My wood splitter is a simple device. It resembles a sledge hammer with a sharpened end and can be used to split logs or drive an ax through the tougher pieces to help make the task a little easier. This is a very primitive way to split wood, but it is very efficient and allows me to get plenty of exercise in the process. Another method is to buy a wood splitter. Some are gas powered and range in price from $750.00 to $2000.00. Manual hydralic splitters and electric electric models are far less expensive, starting around $100.00, but they will not allow you to split the larger logs because they just don’t generate enough power to do the job. This is just another example of getting what you pay for. The least expensive method that I personally use is very effective, but it is also very labor intense.
Another factor you may want to consider is your age and ability to handle the sometimes heavy material, as well as the labor involved in cutting and splitting your firewood. My mother is 76 years old and uses wood heat as her only source of home heat in a 3 bedroom/ 2bath home. Her age alone may make this sound exceptional, but she has had two major back surgeries in the past 5 years and insists on wood heat because it seems to warm her small 4′ 8″ frame through and through. I cut and split the wood for her, and even put it on her back porch, but she is the one that loads the heater and keeps her fire going. I used to tell all my family and friends,”Ma only builds one fire every year… She just never lets it go out!”
You local hardware store or authorized dealer is an excellent place to get expert advice with any questions you may have concerning the size heater you will need for the area your are attempting to condition, as well as helping you decide on the safest way to vent the smoke from your home. They may even be able to suggest or recommend a qualified installer for your new heat source if they don’t perform the service themselves. It really helps if you have a general idea of your homes square footage. This will be one of the first questions they will ask you when you make your inquiry.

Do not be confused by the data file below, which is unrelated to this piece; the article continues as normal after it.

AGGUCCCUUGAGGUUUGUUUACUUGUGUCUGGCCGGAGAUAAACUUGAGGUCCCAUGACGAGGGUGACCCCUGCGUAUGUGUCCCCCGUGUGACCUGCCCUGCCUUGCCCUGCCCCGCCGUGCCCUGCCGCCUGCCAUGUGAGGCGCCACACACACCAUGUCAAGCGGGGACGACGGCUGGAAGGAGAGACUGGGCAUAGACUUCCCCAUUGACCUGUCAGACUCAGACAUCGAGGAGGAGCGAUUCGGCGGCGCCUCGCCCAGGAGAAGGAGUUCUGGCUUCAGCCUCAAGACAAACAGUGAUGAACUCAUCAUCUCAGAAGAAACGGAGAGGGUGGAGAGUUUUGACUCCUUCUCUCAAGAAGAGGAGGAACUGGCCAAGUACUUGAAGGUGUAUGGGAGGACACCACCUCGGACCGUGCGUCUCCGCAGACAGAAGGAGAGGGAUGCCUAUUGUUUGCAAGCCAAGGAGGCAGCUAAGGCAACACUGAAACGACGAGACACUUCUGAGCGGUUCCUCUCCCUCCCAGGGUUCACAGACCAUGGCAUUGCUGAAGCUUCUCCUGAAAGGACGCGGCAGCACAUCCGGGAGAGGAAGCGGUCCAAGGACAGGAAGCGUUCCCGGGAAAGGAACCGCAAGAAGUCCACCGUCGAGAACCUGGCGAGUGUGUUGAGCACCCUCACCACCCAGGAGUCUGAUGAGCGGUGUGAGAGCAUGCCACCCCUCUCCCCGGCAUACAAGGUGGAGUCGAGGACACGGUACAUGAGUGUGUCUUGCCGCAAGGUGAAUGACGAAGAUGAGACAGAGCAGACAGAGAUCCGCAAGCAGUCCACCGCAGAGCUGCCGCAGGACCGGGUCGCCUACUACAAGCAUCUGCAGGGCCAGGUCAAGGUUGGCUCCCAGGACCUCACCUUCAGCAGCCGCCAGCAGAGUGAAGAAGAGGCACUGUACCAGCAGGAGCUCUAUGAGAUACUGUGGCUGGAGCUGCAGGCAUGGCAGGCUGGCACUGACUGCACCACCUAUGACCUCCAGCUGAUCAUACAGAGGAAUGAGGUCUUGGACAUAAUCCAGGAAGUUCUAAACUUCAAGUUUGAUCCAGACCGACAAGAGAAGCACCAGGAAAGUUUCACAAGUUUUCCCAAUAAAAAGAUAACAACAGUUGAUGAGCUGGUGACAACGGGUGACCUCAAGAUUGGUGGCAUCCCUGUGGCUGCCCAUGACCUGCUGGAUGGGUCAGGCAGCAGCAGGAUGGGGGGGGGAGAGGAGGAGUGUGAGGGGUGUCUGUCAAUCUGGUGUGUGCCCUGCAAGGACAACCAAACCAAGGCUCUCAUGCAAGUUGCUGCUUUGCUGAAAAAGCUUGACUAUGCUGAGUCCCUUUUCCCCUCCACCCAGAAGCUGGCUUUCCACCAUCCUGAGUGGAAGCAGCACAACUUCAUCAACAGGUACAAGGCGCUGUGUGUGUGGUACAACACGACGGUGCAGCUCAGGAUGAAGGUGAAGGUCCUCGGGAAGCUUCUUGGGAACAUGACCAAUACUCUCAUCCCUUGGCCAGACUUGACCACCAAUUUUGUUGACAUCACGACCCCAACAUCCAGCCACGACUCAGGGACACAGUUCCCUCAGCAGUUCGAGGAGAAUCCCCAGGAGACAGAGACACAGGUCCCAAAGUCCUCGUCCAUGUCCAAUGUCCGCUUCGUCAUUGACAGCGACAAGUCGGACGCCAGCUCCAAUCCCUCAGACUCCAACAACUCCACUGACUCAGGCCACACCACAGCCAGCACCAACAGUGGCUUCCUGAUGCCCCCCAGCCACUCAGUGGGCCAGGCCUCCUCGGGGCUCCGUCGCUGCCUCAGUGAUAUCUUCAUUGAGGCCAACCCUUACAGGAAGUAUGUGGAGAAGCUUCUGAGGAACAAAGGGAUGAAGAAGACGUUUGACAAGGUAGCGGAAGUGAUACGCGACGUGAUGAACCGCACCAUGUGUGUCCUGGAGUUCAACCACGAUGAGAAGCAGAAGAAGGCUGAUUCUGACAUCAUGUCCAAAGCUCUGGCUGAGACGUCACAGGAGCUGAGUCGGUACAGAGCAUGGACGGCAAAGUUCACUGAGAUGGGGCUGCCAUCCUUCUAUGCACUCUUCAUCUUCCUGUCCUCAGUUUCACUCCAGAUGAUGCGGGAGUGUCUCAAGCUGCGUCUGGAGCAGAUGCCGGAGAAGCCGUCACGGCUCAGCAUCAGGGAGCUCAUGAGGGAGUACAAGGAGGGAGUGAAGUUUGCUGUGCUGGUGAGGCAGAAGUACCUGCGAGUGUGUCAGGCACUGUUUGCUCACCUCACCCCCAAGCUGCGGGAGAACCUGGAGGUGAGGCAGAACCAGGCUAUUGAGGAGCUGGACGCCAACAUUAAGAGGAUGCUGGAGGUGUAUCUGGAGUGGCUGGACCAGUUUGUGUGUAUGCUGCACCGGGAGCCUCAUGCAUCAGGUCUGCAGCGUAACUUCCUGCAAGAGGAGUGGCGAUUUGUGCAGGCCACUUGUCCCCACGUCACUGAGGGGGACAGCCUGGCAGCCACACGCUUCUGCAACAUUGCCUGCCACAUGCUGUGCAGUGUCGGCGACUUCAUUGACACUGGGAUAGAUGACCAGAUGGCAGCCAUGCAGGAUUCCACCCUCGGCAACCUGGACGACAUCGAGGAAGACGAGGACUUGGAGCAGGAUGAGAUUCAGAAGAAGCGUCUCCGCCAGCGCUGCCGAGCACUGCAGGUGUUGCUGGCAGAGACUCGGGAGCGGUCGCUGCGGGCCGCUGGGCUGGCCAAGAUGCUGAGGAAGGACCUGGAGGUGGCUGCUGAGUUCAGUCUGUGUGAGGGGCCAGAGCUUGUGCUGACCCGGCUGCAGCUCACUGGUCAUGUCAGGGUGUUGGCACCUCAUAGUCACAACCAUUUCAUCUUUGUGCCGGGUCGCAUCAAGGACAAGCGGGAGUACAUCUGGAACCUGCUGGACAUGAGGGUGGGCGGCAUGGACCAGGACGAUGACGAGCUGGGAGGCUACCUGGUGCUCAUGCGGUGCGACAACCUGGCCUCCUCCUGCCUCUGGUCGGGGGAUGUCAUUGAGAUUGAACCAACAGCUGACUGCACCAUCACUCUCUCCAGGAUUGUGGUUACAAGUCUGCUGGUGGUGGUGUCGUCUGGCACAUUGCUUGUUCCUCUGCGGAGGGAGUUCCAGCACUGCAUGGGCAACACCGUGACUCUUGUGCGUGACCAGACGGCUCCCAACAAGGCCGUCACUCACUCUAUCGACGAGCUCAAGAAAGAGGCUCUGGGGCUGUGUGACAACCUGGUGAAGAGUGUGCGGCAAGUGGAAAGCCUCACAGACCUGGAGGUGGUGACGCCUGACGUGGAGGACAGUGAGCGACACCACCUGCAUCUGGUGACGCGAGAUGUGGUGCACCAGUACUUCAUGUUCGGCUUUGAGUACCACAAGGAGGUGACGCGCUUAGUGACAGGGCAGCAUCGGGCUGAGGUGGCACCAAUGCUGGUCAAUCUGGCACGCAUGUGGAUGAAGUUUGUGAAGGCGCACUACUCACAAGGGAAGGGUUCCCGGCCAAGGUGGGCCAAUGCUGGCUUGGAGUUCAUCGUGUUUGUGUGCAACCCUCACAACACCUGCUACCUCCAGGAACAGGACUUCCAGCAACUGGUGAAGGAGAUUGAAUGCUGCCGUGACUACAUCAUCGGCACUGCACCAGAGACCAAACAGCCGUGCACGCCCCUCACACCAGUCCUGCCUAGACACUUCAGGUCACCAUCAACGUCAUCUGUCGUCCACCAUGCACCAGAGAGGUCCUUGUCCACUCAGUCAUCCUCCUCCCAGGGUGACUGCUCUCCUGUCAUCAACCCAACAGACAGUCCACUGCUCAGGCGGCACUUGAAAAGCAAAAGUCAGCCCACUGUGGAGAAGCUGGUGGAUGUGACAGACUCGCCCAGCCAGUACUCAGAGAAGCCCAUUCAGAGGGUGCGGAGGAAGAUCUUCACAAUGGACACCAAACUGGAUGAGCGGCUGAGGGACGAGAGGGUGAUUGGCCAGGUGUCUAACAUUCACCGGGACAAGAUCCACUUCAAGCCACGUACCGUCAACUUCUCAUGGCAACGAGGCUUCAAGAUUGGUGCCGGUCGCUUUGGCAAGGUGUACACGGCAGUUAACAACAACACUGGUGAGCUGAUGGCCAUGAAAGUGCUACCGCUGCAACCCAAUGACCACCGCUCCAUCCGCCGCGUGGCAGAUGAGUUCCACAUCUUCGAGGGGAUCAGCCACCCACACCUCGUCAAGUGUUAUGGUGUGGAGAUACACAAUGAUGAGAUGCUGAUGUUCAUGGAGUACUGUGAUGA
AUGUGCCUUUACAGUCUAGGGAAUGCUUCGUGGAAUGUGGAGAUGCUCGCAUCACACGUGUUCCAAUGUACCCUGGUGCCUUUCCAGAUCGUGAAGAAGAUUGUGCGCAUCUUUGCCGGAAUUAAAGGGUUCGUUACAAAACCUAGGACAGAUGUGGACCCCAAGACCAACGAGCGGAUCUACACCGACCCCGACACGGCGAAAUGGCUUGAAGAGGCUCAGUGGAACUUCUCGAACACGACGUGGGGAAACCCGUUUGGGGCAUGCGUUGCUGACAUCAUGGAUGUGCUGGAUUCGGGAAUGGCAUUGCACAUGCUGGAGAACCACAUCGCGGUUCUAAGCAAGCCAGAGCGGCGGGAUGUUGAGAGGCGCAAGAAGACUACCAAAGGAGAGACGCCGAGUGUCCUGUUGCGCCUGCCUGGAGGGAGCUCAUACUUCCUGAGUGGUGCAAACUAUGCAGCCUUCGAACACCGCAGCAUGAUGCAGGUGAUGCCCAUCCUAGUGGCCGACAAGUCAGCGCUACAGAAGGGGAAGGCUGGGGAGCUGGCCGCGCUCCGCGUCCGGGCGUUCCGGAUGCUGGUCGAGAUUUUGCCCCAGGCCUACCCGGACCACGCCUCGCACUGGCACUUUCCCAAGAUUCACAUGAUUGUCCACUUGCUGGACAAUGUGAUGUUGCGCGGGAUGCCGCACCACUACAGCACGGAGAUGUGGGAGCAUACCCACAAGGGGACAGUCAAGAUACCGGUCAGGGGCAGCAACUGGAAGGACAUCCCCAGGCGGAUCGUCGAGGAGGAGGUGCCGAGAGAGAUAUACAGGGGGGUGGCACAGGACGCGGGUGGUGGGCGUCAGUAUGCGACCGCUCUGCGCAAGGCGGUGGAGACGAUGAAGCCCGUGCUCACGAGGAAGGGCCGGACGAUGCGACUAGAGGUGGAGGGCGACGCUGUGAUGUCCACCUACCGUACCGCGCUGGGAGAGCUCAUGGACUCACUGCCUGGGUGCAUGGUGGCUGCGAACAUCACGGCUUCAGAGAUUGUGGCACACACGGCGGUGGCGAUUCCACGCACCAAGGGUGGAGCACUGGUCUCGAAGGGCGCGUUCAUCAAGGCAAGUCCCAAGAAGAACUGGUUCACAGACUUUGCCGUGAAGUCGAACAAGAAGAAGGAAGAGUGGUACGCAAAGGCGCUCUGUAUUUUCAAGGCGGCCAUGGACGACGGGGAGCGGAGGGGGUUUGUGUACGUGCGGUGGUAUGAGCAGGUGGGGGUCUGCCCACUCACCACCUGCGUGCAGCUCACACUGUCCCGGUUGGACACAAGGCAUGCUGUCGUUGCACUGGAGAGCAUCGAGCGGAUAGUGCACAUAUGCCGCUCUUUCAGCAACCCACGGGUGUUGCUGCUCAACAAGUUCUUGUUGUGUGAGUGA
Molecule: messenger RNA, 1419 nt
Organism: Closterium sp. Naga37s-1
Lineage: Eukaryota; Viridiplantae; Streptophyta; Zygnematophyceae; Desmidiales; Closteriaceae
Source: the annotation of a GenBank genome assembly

If you are a “Do-it-Yourself er” and plan on installing the stove pipe yourself, be sure to inquire about any fire codes that may apply to your home imposed by local or state fire officials and conform to any requirements they may enforce for the safety of your home and family. Keep in mind, many insurance companies will not cover any losses due to fire if your unit was self installed without proper fire inspection and prior notification of the changes to your basic heating systems so that they may take the opportunity to adjust your insurance rates. I strongly recommend you use a professional installer if you are unfamiliar with remodeling and fire safety codes. Although this is a very efficient way to help lower you heating costs, it is even more important that the new system is installed properly for you, your family, and your properties safety.